Sega has exited the Japanese arcade business, bringing an end to a run that lasted for more than 50 years in that entertainment sector. When the coronavirus pandemic put almost every social gathering on pause in 2020, Sega’s arcade division was hit particularly hard and eventually resulted in its parent company Sega Sammy selling 85% of its arcade and amusement center business to Genda Inc.
This included assets such as amusement machines and associated prizes from Sega, and as of this week, Genda Inc. has purchased the remaining arcades from Sega.
While Sega isn’t the only operator in the arcade space to see big losses, it is one of the most iconic. A mainstay of the Japanese arcade business, Sega was forced to close its Akihabara Building 2 arcade in September 2020 due to the expiration of the fixed-term building lease contract where it operated from and uncertainty surrounding the future of such businesses in the wake of the COVID-19 pandemic.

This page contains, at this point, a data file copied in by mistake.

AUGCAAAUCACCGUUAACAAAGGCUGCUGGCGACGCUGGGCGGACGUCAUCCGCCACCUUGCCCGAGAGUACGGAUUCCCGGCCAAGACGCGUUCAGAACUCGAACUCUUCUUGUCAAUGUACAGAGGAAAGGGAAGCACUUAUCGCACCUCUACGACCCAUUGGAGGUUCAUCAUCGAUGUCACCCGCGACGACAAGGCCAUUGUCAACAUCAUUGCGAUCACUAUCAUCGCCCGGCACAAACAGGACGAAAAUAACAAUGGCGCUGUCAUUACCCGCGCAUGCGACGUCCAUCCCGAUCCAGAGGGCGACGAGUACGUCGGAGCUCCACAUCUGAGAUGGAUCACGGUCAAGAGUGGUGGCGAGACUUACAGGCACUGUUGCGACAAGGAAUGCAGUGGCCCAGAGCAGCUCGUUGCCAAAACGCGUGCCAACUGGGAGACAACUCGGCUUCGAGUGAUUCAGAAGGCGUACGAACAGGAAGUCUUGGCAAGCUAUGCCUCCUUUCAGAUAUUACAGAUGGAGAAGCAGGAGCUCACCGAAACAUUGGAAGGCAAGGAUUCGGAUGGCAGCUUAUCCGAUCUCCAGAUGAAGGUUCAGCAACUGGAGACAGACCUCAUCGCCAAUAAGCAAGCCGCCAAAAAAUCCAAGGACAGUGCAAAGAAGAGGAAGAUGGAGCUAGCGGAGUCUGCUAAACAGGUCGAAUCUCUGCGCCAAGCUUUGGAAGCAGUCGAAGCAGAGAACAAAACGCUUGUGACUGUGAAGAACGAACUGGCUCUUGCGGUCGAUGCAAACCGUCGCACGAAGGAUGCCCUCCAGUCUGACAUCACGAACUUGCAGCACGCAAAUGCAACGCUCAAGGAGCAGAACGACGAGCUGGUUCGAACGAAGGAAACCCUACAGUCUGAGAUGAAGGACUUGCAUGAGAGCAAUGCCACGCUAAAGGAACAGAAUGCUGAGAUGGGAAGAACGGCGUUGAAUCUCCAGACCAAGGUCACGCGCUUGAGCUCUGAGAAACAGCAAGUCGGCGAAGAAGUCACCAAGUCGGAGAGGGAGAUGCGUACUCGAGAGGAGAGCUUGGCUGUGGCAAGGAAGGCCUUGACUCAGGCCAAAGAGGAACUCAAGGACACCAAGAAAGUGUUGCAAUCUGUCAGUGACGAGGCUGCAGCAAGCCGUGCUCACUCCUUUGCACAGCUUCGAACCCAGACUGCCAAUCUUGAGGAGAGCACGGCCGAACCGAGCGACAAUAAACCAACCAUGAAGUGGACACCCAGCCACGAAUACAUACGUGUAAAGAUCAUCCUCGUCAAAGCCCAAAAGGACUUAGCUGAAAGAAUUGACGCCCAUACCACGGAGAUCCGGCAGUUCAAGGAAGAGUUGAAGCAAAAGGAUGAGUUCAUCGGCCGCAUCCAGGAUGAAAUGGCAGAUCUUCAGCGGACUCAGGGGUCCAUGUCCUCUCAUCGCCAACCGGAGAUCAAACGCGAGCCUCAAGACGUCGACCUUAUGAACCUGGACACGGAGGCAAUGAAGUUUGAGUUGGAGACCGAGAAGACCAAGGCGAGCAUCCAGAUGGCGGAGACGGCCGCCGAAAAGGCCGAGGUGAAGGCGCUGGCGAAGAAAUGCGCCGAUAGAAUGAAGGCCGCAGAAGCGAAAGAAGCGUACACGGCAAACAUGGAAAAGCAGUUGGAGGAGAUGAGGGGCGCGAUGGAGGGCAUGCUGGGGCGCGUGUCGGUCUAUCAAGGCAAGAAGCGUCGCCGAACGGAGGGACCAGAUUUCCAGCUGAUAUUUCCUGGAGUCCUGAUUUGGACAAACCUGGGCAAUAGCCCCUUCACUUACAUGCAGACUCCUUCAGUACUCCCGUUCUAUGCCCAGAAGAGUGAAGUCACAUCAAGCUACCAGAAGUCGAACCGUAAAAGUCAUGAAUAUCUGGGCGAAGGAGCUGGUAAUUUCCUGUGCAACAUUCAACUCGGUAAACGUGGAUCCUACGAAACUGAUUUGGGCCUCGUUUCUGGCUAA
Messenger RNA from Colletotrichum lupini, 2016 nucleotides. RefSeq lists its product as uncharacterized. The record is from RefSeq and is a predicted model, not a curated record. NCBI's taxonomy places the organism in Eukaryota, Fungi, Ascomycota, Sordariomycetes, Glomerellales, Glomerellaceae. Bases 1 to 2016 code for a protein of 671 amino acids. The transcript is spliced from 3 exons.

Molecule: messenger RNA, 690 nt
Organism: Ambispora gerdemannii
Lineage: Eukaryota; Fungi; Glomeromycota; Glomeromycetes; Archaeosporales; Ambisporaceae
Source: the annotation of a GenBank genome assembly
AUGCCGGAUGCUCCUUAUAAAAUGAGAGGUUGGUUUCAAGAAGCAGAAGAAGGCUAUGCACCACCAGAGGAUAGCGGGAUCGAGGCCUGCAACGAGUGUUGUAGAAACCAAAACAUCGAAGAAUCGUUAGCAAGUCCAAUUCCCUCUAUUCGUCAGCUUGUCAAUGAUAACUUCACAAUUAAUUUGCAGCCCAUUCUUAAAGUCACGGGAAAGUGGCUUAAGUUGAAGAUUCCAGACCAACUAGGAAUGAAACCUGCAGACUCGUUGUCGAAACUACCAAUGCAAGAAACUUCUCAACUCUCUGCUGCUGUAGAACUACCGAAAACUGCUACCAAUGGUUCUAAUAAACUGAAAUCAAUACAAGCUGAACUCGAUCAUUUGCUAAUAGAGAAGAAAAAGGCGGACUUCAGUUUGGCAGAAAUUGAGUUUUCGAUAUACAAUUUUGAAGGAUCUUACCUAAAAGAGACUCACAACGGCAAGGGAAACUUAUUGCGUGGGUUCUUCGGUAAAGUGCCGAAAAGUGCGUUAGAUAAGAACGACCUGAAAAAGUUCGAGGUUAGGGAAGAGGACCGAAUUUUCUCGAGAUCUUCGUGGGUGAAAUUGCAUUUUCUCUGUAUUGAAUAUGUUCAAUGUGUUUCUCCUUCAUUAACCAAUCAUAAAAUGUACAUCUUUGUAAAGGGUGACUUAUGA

Once the rest of Sega’s arcade shares are completely offloaded to Genda, Sega Entertainment will be renamed to Genda GiGO Entertainment, and all Sega branding at these locations will be changed to GiGO.
“Sega stores across the country will be switching their store names to GiGO, to express our gratitude for Sega’s 56 years of history and our desire to be an oasis that quenches people’s thirst for real entertainment,” Genda GiGO chairman Hisashi Kataoka said in a statement spotted by VGC. “We will start with Ikebukuro, Akihabara, and Shinjuku. Then to the whole country.”
One positive bit of news here is that Sega will still manufacture and sell arcade machines for now, although the Japanese arcade market has shrunk dramatically since its heyday in the 1980s. Alternatively, you can always start your own Sega arcade by purchasing a few of the mini-replicas that were released last year.